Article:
Walks isn’t merely a showcase for “Way Out People Way Out There,” but a living testimony of those who will always be drawn toward the raw imagination’s anti-commercial hinterland—even if it happens to reside in a concrete caveman outside a filling station. Or in a 1962 Chevrolet Corvair laboriously converted into a micro-cathedral detailing the life and times of Elvis Presley.

Another thing preserved here is Williams’s voice, which is that of an obdurate, barbeque-gnawing codger cum connoisseur. A onetime pretender to the life of the cultured cosmopolite, Williams writes:

I still cast my lot with the clump of Shortia, the pileated woodpecker, the timber rattlesnake…those who are defenseless and open to the hard, destructive nature of the venal American juggernaut. Their crime is that they simply want to be themselves and money isn’t what they’re about. The United States of America is also about irresistible joy, wacko diversity, and “the flight of the alone to the alone,” or Mr. Manley and Mr. Mendes and I have been as useless as a knot on a dog’s dick. It well could be.

But it wasn’t. The nowheresvilles from Virginia on down (though Williams refuses to set foot in Florida) are as in bloom in these pages as in the shit-kicking music of Hasil Adkins, Johnny Cash, or The Cramps. 

And now for our arraignment of the outsider artist label. Walks to the Paradise Garden exists to make the point that what we call art comes from a narrow European convention that has evolved into a market that prizes money, glamour, celebrity, and formal education. All things that the divinely inspired, dirt-poor visionaries of that invisible and nigh-extinct Dixie abhor. For Williams, Red Jennings’s scrap-wood whirligigs are equal to Joan Miró; Charlie Lucas, who makes dinosaurs out of tractors and stoves, is “certainly as inventive as Alexander Calder on a good day”; and Man-Eating Banana by sculptor Vernon Burwell could command “a look or two from Auguste Rodin or Medardo Rosso.” Let us face that it’s more noble to follow the dictates of our misbegotten hearts than example. One gospel-verse-studded grotto, clockwork automaton church service, or deformed doll at a time, Walks reminds us that in this territory, it is we who stand squinting outside the door.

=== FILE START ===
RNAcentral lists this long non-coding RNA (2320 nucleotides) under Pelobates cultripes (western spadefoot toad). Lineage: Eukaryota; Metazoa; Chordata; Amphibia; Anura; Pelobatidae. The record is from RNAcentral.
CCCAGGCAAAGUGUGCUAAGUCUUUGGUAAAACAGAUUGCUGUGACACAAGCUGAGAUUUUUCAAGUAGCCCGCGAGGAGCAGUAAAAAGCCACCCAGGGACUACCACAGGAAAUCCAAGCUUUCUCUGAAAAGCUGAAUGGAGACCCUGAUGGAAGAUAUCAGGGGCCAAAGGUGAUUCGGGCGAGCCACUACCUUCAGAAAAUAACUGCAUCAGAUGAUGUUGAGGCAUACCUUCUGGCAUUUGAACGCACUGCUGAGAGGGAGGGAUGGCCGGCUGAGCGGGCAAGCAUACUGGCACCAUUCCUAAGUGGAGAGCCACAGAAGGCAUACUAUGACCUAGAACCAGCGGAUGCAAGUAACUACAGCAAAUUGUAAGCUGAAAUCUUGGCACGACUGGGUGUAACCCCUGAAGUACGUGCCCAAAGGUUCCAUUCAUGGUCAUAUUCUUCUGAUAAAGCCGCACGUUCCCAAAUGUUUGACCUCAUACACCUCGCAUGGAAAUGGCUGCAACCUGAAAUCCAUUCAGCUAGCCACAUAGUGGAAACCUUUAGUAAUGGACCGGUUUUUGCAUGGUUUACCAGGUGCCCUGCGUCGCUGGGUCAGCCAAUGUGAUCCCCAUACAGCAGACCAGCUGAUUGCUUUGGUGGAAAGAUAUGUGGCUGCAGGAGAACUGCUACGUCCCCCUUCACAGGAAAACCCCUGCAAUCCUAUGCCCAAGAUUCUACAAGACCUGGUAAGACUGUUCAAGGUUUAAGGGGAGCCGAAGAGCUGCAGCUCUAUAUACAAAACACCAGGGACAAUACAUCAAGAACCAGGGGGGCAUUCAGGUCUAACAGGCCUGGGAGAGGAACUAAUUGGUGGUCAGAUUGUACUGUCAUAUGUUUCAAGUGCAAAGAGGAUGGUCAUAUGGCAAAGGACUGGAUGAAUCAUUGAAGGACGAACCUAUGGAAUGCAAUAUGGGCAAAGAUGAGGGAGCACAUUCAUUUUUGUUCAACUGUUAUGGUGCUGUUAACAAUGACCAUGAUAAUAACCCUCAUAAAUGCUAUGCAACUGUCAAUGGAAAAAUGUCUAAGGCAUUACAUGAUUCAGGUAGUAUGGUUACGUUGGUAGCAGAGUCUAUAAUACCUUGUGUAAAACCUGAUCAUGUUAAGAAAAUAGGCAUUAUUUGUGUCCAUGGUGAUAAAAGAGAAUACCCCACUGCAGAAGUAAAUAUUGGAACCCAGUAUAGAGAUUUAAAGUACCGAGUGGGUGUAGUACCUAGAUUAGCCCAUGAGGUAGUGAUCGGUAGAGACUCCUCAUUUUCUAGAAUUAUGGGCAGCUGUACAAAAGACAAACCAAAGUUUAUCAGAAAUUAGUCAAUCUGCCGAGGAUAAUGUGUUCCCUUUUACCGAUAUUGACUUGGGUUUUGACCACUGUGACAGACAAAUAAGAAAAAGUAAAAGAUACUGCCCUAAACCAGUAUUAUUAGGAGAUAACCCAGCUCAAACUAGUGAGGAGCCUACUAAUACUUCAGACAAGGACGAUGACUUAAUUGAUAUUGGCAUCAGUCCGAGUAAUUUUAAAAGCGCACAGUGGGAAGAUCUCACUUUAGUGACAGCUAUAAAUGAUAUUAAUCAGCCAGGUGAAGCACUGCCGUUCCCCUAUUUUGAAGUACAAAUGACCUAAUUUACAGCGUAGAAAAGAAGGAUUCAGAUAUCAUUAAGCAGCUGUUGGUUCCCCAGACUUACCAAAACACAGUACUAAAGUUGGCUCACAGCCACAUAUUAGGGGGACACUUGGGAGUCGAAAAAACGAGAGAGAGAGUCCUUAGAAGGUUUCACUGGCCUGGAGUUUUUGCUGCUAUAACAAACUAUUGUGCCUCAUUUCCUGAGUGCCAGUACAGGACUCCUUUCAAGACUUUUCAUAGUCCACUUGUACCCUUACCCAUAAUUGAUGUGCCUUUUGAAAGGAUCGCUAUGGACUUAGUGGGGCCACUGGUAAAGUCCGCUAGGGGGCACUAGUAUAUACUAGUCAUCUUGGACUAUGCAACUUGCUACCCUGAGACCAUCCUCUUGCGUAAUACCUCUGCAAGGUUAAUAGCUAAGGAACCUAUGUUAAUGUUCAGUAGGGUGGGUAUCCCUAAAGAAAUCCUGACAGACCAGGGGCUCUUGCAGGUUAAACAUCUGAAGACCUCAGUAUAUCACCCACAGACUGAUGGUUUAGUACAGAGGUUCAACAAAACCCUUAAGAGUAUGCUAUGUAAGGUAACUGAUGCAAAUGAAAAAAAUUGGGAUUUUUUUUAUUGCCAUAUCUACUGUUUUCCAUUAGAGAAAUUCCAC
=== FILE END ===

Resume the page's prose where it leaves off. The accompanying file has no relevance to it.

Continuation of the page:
J.W. McCormack has written for VICE, The Baffler, the New York Times, and many other publications.

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Originally published in

BOMB 148, Summer 2019

Featuring interviews with Mary Weatherford, Nanfu Wang, Lee Quiñones, Venkatachalam Saravanan, Tyshawn Sorey, Ben Whishaw, Édouard Louis, Geovani Martins, Prageeta Sharma, and James Thomas Stevens.